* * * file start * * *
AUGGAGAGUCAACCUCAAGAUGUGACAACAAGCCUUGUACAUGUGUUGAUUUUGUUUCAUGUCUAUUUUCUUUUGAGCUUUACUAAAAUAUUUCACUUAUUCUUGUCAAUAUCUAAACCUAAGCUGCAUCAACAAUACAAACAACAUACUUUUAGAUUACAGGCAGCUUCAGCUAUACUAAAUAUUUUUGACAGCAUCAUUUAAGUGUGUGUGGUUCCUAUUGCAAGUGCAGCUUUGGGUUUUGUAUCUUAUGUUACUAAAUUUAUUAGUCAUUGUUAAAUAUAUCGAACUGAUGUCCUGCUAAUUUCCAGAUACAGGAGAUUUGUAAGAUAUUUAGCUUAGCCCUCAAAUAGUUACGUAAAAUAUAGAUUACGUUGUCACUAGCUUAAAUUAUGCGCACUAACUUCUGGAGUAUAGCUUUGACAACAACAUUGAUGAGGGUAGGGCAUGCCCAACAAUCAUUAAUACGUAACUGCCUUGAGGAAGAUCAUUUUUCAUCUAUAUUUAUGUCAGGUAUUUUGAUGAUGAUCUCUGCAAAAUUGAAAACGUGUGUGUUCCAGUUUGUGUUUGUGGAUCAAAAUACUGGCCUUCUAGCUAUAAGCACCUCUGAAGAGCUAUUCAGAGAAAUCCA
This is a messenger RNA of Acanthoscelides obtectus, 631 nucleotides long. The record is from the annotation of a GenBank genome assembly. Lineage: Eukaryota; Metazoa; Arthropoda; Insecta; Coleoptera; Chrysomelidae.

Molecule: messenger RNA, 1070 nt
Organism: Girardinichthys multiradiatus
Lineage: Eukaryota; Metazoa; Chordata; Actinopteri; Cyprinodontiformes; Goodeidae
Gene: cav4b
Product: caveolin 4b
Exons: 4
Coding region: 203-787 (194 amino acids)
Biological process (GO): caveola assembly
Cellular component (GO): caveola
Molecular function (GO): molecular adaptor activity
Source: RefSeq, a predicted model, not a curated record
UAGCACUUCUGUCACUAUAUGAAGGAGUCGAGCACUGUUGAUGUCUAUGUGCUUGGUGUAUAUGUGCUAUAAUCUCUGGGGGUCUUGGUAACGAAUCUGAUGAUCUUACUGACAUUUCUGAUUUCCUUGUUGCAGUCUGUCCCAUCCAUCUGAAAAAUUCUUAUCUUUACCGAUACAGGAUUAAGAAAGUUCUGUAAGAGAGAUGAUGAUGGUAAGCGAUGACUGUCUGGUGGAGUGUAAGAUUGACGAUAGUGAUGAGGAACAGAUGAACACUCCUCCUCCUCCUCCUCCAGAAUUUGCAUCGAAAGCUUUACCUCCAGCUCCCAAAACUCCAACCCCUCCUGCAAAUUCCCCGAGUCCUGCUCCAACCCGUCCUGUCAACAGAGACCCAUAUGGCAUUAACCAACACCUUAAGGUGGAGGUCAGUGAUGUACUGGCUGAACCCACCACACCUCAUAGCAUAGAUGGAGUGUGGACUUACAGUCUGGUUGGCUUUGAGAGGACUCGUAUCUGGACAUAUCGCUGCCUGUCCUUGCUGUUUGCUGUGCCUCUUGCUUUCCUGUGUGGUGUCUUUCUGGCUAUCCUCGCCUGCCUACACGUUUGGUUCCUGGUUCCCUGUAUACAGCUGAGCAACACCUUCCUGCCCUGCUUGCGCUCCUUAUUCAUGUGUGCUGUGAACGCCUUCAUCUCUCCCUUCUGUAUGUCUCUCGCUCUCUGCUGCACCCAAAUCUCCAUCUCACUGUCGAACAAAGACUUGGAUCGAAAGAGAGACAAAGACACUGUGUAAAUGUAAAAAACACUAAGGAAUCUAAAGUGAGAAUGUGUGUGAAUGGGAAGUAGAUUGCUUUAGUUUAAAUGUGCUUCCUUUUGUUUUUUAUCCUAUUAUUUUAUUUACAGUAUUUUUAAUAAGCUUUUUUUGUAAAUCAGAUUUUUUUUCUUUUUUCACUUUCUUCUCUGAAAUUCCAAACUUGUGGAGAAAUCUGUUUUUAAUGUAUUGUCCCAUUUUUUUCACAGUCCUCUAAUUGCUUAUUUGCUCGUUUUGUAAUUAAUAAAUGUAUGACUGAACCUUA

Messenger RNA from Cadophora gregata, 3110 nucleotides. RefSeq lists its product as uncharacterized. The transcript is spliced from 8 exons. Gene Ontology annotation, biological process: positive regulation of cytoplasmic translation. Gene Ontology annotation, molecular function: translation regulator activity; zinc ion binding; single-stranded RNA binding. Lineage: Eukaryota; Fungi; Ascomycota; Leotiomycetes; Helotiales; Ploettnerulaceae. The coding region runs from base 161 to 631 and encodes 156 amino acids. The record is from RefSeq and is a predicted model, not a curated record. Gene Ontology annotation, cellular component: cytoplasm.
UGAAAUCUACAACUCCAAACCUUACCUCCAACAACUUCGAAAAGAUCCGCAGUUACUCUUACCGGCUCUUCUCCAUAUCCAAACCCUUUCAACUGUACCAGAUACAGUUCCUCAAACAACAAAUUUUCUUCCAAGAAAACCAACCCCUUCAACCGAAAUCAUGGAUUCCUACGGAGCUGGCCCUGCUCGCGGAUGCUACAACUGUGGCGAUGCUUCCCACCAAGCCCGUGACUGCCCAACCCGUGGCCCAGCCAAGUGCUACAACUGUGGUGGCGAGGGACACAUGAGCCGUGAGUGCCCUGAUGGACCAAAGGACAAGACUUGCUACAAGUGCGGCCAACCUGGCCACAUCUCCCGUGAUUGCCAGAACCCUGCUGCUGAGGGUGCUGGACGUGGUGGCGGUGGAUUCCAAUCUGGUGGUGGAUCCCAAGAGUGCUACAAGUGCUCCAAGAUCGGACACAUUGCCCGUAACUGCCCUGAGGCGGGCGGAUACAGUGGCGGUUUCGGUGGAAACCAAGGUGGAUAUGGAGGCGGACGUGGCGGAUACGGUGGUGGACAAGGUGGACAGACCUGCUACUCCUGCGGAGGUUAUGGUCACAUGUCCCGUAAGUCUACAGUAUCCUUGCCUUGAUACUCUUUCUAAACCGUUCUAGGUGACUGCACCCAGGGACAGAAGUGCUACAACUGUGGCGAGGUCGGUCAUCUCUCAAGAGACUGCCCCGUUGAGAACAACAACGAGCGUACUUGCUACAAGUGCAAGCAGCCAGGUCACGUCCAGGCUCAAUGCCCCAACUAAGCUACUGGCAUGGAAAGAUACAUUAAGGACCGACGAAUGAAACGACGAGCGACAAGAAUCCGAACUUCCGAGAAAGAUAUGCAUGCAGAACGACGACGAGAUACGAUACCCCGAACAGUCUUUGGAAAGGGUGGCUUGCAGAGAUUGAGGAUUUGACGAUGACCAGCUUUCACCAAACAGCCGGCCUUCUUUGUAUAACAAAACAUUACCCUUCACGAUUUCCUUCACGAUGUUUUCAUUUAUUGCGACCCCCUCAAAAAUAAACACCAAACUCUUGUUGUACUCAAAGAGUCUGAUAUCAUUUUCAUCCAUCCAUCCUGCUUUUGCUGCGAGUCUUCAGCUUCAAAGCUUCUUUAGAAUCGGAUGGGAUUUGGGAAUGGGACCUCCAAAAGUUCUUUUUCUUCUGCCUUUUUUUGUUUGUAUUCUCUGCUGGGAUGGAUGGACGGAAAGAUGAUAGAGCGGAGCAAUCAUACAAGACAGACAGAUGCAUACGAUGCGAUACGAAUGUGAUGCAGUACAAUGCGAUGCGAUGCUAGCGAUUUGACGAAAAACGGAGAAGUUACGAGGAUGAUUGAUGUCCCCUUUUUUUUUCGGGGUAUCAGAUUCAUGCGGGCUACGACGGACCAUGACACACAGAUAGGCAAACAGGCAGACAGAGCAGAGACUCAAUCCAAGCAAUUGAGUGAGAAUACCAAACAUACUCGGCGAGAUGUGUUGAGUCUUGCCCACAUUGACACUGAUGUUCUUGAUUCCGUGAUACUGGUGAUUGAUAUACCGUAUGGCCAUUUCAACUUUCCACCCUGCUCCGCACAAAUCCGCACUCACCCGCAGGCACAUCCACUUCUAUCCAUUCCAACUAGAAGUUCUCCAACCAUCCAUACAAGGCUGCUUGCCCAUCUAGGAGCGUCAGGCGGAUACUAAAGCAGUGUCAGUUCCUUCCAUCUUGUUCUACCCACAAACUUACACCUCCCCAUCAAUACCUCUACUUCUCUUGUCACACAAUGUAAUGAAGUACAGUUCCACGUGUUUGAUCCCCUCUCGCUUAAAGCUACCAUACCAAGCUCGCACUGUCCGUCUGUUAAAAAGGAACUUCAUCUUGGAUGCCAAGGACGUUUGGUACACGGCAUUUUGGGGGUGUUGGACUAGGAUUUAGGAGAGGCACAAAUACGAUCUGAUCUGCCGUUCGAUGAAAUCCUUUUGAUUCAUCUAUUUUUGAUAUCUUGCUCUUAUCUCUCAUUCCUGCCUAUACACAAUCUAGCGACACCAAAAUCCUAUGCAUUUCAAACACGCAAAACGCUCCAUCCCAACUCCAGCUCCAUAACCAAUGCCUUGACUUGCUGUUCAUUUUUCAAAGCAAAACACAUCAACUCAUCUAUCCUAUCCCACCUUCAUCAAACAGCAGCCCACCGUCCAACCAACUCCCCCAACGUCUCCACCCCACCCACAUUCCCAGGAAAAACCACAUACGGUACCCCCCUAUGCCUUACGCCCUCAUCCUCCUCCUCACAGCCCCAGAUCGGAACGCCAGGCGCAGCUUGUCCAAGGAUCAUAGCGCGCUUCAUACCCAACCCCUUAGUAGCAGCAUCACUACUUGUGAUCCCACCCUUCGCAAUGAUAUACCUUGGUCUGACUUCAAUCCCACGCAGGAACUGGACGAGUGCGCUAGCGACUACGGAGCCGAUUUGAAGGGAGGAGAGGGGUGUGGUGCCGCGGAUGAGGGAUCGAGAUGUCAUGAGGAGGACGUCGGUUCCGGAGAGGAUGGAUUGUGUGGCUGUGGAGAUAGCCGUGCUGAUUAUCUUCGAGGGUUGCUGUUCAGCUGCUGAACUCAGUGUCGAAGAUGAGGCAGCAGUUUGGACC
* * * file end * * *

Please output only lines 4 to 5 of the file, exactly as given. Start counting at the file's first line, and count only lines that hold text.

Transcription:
Organism: Girardinichthys multiradiatus
Lineage: Eukaryota; Metazoa; Chordata; Actinopteri; Cyprinodontiformes; Goodeidae